Then, there is the issue of licensing. The EULA for most OEM systems like Dell and HP does state that the license for Windows and any installed software is tied to the original hardware and cannot be transferred to a different computer. As long as the new computer has a valid license sticker for the same or newer version of Windows, you should be okay.

    Chas

  • +
    0 Votes
    ---TK---

    swap drives like that... It works if the hardware is the same, but its not. You will have to reinstall the OS if you want that drive to run on the 5150. Sorry for the bad news...

    +
    0 Votes
    patb071

    The best thing to do is put the hard drive back into the dimension 5150 set the jumpers for Master then install take the optilex hard drive and place the jumper to be slave. Boot the machine up and copy the files that you will need to the primary hard drive.

    +
    0 Votes
    Snuffy09

    you boot from your operating system disc (whatever OS is installed on the Drive)

    see if you get the option to repair the OS (not the recovery console). if so then you will be able to keep the data on your drive.

    But, even if it does work i would not keep it like that, I would backup what data i needed and do a reinstall anyways. Swapping drives from Computer to computer is like playing with fire, your going to get burnt!

    If you dont have the repair option then you will have to format and reinstall, reason being your not running the same hardware drivers anymore so when your Dimension 5150 tries to start up it sees a HD configured for a GX280. thats like falling asleep in your cozy bed and waking up out in the woods somewhere. I think that would give me a mental bluescreen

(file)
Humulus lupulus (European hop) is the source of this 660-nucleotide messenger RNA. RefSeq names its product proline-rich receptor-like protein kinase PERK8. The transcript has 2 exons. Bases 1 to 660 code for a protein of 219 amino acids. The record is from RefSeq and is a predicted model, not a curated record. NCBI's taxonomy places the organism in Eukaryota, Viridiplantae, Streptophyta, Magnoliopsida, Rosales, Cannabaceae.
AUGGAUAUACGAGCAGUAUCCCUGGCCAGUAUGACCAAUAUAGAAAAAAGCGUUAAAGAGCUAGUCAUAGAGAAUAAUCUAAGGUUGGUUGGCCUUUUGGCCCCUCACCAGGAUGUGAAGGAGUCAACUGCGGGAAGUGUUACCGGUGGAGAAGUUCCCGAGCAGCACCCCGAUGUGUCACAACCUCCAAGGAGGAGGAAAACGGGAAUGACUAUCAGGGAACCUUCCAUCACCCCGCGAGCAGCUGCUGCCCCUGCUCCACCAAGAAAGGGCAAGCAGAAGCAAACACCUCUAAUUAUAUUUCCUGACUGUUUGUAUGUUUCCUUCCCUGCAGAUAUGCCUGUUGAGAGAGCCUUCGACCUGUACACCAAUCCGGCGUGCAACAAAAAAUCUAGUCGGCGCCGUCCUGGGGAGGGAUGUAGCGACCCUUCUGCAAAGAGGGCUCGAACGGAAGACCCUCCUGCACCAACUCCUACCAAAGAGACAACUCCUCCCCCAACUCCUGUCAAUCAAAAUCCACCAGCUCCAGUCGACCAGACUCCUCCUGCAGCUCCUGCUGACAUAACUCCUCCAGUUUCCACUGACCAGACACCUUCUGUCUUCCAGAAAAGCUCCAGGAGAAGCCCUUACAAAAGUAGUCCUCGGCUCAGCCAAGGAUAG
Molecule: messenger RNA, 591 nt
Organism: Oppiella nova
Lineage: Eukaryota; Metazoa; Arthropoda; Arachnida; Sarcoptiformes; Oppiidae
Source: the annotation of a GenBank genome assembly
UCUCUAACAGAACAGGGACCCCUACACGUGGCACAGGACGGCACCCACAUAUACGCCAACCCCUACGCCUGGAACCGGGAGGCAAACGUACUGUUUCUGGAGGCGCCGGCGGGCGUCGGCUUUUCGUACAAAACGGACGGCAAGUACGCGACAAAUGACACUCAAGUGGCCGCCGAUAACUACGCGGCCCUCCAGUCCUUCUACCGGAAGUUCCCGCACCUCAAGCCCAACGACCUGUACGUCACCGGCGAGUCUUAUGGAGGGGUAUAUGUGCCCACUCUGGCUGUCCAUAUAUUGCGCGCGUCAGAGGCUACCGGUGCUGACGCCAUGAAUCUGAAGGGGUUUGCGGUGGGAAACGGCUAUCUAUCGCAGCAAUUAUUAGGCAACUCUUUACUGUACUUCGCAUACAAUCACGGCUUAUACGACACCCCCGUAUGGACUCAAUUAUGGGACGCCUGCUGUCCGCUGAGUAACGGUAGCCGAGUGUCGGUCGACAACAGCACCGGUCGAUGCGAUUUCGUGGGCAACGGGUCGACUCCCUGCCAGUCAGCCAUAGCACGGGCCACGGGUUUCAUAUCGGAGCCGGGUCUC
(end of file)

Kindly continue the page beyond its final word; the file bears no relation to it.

+
    0 Votes
    TheChas

    It might be too late for this, but if you boot into safe mode the first time you boot up the system with a drive from a different system, it will usually sort things out.

    Just to explain in more detail:

    With DOS and even Windows 98, moving a hard drive from one computer to another was not a complicated task. You usually could boot into DOS or Windows and then update any drivers that needed to be changed.

    Starting with Windows 2000, Microsoft added the HAL or hardware abstraction layer. While this speeds up and improves many things, it makes it very difficult to move a hard drive with Windows installed on it to different hardware.

    The best thing to do if you must do this, is to perform a clean install of Windows and the application software on the new system.

    If that is not an option, the next best thing to do is prepare the drive to be moved from the old system by opening device manager and removing every hardware device that will be different on the new system. Then, when you boot the drive on the new hardware Windows will usually find all the new hardware and install the correct driver. Or, at least ask you for the disk to install the driver.

    The third option, is to boot into safe mode. This works most of the time if you boot into safe mode the FIRST time you boot the old hard drive on the new hardware. Windows will spend a fair amount of time disabling key system hardware that is different on the new system. Once Windows completes the boot into safe mode and the desktop is present, you can shut down and boot back up normally.

    In your situation, you may need to boot from the Windows CD and perform an in-place-upgrade. This is a repair install that keeps most of the registry and thus installed programs intact.

    Then, there is the issue of licensing. The EULA for most OEM systems like Dell and HP does state that the license for Windows and any installed software is tied to the original hardware and cannot be transferred to a different computer. As long as the new computer has a valid license sticker for the same or newer version of Windows, you should be okay.

    Chas